Mark Stepnoski
No. 53     
Personal information
Date of birth: (1967-01-20) January 20, 1967 (age 53)
Place of birth: Erie, Pennsylvania
High School: Erie (PA) Cathedral
Career information
College: Pittsburgh
NFL Draft: 1989 / Round: 3 / Pick: 57
Debuted in 1989 for the Dallas Cowboys
Career history
*Dallas Cowboys (1989–1994)
Career highlights and awards
*Pennsylvania All-Century Team[1]
Stats at
Stats at
Stats at

Mark Matthew Stepnoski (born January 20, 1967) is a former American football offensive lineman in the National Football League. He attended Cathedral Preparatory School in Erie, Pennsylvania, and went on to star at the University of Pittsburgh. Stepnoski's professional career in the NFL was spent with the Dallas Cowboys (1989–1994, 1999–2000), and the Houston Oilers (1995–1998). Stepnoski won two Super Bowls while with the Cowboys and was a five-time Pro Bowler, attending the game from 1992 through 1996.

Early yearsEdit

Stepnoski, was a highly recruited All-State and Parade All-American offensive tackle from Erie Cathedral Preparatory School. He graduated from the school in 1985.

He signed with the University of Pittsburgh and became a four-year starter at offensive guard, helping clear the way for Craig Heyward and Curvin Richards to become two of the leading rushers in the nation.

Stepnoski was a third team All-America as a sophomore, a first team All-American in 1988 and one of the three finalists for the Outland Trophy as a senior. He was a two-time Academic All-American (1986 and 1988). Played in the East-West Shrine Game.

His play earned him a spot on his home state's All Century Second Team, compiled by the Pennsylvania Football News.

Professional careerEdit

Dallas Cowboys (first stint)Edit

Stepnoski was selected by the Dallas Cowboys in the 3rd round of the 1989 NFL Draft. He dropped in the draft because the scouts thought he was undersized for the NFL.

The Cowboys switched him to center, although he had never played that position. During his rookie year he was tutored by Tom Rafferty, who was playing his last season in the NFL. He became a starter for the last four games of the season.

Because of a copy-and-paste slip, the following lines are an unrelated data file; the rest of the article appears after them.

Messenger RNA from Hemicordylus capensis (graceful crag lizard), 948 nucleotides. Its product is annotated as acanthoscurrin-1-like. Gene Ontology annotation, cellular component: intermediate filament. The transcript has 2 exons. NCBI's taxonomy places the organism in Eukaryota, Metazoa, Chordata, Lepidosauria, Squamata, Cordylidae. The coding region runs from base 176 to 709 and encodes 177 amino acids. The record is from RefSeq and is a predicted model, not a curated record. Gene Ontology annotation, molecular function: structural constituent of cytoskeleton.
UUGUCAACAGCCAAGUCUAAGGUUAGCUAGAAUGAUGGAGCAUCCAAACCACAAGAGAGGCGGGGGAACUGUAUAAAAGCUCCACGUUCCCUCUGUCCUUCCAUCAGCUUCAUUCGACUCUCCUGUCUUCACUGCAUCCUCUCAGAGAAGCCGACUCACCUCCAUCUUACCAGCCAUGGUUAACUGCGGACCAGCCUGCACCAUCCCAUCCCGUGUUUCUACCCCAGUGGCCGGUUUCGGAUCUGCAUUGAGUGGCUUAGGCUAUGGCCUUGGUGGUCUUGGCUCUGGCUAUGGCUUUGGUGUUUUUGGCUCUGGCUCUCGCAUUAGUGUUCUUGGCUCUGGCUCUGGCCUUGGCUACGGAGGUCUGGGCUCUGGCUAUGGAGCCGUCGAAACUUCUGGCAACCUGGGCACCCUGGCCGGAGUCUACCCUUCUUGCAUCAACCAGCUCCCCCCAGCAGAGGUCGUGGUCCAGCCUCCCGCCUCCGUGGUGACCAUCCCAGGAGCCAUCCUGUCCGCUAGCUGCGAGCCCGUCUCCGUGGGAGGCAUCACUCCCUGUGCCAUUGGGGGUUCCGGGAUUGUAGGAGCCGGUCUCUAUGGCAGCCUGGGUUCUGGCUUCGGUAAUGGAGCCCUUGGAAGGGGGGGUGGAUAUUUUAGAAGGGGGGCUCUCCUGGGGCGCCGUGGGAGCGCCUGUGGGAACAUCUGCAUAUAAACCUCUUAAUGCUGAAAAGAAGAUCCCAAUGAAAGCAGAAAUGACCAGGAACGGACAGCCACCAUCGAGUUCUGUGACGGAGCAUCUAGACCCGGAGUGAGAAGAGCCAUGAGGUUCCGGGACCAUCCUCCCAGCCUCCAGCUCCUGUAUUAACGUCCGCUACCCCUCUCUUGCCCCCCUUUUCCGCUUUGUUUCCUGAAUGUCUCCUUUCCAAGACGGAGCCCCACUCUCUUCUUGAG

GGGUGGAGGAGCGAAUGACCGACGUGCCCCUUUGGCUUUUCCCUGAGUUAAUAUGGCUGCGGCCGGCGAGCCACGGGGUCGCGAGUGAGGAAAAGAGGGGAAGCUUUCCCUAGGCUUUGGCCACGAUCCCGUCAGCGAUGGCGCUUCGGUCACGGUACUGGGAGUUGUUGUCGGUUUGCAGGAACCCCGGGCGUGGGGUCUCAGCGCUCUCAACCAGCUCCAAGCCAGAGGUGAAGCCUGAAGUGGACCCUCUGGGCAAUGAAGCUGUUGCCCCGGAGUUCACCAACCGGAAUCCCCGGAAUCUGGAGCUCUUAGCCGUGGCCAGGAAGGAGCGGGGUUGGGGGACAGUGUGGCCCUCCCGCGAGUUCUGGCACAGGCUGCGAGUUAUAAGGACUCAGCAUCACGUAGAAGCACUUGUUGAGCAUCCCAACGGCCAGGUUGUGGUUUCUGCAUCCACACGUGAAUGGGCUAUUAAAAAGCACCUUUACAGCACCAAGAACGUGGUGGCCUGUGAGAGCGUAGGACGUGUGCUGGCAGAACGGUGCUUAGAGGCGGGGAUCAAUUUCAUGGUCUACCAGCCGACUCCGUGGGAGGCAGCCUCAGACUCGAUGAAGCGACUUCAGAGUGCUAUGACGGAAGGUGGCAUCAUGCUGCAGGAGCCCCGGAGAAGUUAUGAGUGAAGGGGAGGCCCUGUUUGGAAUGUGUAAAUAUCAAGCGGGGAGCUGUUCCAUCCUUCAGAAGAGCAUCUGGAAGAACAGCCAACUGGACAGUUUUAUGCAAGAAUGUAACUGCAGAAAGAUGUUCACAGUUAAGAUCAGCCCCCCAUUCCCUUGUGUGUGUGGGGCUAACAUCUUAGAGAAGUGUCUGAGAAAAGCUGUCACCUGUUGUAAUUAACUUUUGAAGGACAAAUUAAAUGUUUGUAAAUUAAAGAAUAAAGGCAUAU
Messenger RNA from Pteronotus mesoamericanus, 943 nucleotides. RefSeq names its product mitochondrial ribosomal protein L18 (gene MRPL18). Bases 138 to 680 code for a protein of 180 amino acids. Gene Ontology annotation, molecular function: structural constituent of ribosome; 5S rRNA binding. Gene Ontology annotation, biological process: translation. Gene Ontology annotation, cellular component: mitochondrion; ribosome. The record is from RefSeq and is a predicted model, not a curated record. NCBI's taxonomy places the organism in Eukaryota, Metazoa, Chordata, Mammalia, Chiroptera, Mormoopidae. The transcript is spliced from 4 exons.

Stepnoski used his athletic ability, leverage and balance, to outmaneuver bigger defensive players and become one of the leagues best centers of his era. By the end of the 1991 season he was selected to the first of five straight Pro Bowls.[2]

From 1992 to 1994, together with Erik Williams, Mark Tuinei, Nate Newton and Kevin Gogan, he was part of some of the best offensive lines to play in NFL history, that also helped paved the way for Emmitt Smith to become the NFL's All Time Leading Rusher.

In 1993 he suffered a knee injury that required surgery while playing against the Minnesota Vikings in the 13th game of the season. He was replaced by John Gesek and couldn't play during the Playoffs and Super Bowl XXVIII. He became a free agent at the end of the season, but the Cowboys could only sign him to a one-year contract ($1.2 million-dollars and a $500,000 signing bonus).

Stepnoski was one of the team's first big-name players to leave the Cowboys following the 1994 season via unrestricted free agency, leaving with 3 Pro Bowls and back-to-back Super Bowl victories.

Houston/Tennessee OilersEdit

He signed with the Houston Oilers in 1995, which later became the Tennessee Oilers in 1997. During his 4 seasons with the Oilers, he continued his streak of success making the Pro Bowl twice.

Dallas Cowboys (second stint)Edit

The Cowboys signed Stepnoski as a free agent in 1999, where he finished his career with 3 more solid years, retiring after the 2001 season.

Stepnoski played 13 years in the NFL, including five consecutive Pro Bowl appearances and a place on the National Football League 1990s All-Decade second team.

Personal lifeEdit

In November 2007, Stepnoski expressed support for the 9/11 Truth Movement.[3]

Stepnoski is also a marijuana legalization advocate and is an active member of NORML.[4] His position on this subject made his high school alma mater, Cathedral Preparatory School, rescind his nomination to the school's athletic hall of fame. For that same reason, he immigrated to Canada.[5]


External linksEdit

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